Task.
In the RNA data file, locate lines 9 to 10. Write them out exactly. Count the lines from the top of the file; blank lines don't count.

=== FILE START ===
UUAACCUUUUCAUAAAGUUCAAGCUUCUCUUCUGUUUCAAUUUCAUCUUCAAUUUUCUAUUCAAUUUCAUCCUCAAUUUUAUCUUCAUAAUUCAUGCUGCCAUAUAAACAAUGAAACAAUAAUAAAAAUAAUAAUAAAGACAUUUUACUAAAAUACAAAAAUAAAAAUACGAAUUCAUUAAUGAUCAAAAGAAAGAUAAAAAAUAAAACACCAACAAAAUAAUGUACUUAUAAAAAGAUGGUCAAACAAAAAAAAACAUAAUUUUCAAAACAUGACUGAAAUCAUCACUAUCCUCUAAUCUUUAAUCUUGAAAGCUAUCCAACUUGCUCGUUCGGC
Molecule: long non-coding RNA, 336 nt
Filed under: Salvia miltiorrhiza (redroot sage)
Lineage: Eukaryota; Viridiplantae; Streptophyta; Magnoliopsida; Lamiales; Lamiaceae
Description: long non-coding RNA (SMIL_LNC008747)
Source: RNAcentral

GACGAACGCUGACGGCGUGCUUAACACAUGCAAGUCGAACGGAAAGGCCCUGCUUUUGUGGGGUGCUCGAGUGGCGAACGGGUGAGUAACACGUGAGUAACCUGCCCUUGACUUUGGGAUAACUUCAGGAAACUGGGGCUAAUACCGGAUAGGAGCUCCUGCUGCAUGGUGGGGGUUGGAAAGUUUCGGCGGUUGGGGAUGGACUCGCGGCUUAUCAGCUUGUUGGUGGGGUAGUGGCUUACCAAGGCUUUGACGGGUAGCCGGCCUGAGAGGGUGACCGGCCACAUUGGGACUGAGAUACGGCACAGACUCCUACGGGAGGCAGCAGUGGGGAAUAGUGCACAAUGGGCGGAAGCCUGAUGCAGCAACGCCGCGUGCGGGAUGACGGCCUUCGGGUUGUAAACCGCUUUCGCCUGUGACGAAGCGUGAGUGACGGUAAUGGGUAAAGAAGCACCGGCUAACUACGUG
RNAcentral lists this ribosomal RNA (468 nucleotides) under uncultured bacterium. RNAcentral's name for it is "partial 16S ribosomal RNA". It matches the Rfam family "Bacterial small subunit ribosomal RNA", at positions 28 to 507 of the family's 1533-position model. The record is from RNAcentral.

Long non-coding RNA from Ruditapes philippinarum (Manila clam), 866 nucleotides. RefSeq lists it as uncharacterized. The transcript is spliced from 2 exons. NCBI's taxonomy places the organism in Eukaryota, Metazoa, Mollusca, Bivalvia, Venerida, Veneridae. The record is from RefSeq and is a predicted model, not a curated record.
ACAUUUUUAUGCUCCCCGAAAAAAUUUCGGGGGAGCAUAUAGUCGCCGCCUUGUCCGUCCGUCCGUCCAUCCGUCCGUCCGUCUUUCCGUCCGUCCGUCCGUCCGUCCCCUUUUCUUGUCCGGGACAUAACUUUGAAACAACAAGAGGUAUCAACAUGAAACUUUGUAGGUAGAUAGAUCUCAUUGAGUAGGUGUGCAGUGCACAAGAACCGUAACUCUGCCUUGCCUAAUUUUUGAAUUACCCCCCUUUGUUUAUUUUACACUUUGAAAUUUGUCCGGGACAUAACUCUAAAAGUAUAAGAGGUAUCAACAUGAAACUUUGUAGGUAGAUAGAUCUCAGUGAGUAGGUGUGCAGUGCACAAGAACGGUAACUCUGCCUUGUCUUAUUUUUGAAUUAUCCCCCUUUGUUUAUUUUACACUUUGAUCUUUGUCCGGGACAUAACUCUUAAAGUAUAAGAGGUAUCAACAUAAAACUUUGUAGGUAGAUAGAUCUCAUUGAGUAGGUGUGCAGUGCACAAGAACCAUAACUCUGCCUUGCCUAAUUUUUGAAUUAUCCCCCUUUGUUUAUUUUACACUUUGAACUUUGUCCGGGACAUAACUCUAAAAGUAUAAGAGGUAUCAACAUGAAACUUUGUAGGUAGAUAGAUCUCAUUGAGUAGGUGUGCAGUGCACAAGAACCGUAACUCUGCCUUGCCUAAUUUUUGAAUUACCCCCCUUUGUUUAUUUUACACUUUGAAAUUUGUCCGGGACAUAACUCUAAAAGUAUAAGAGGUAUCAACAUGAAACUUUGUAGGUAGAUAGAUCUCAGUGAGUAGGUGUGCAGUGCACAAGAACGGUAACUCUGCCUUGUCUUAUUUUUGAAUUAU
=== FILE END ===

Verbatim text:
Long non-coding RNA from Ruditapes philippinarum (Manila clam), 866 nucleotides. RefSeq lists it as uncharacterized. The transcript is spliced from 2 exons. NCBI's taxonomy places the organism in Eukaryota, Metazoa, Mollusca, Bivalvia, Venerida, Veneridae. The record is from RefSeq and is a predicted model, not a curated record.
ACAUUUUUAUGCUCCCCGAAAAAAUUUCGGGGGAGCAUAUAGUCGCCGCCUUGUCCGUCCGUCCGUCCAUCCGUCCGUCCGUCUUUCCGUCCGUCCGUCCGUCCGUCCCCUUUUCUUGUCCGGGACAUAACUUUGAAACAACAAGAGGUAUCAACAUGAAACUUUGUAGGUAGAUAGAUCUCAUUGAGUAGGUGUGCAGUGCACAAGAACCGUAACUCUGCCUUGCCUAAUUUUUGAAUUACCCCCCUUUGUUUAUUUUACACUUUGAAAUUUGUCCGGGACAUAACUCUAAAAGUAUAAGAGGUAUCAACAUGAAACUUUGUAGGUAGAUAGAUCUCAGUGAGUAGGUGUGCAGUGCACAAGAACGGUAACUCUGCCUUGUCUUAUUUUUGAAUUAUCCCCCUUUGUUUAUUUUACACUUUGAUCUUUGUCCGGGACAUAACUCUUAAAGUAUAAGAGGUAUCAACAUAAAACUUUGUAGGUAGAUAGAUCUCAUUGAGUAGGUGUGCAGUGCACAAGAACCAUAACUCUGCCUUGCCUAAUUUUUGAAUUAUCCCCCUUUGUUUAUUUUACACUUUGAACUUUGUCCGGGACAUAACUCUAAAAGUAUAAGAGGUAUCAACAUGAAACUUUGUAGGUAGAUAGAUCUCAUUGAGUAGGUGUGCAGUGCACAAGAACCGUAACUCUGCCUUGCCUAAUUUUUGAAUUACCCCCCUUUGUUUAUUUUACACUUUGAAAUUUGUCCGGGACAUAACUCUAAAAGUAUAAGAGGUAUCAACAUGAAACUUUGUAGGUAGAUAGAUCUCAGUGAGUAGGUGUGCAGUGCACAAGAACGGUAACUCUGCCUUGUCUUAUUUUUGAAUUAU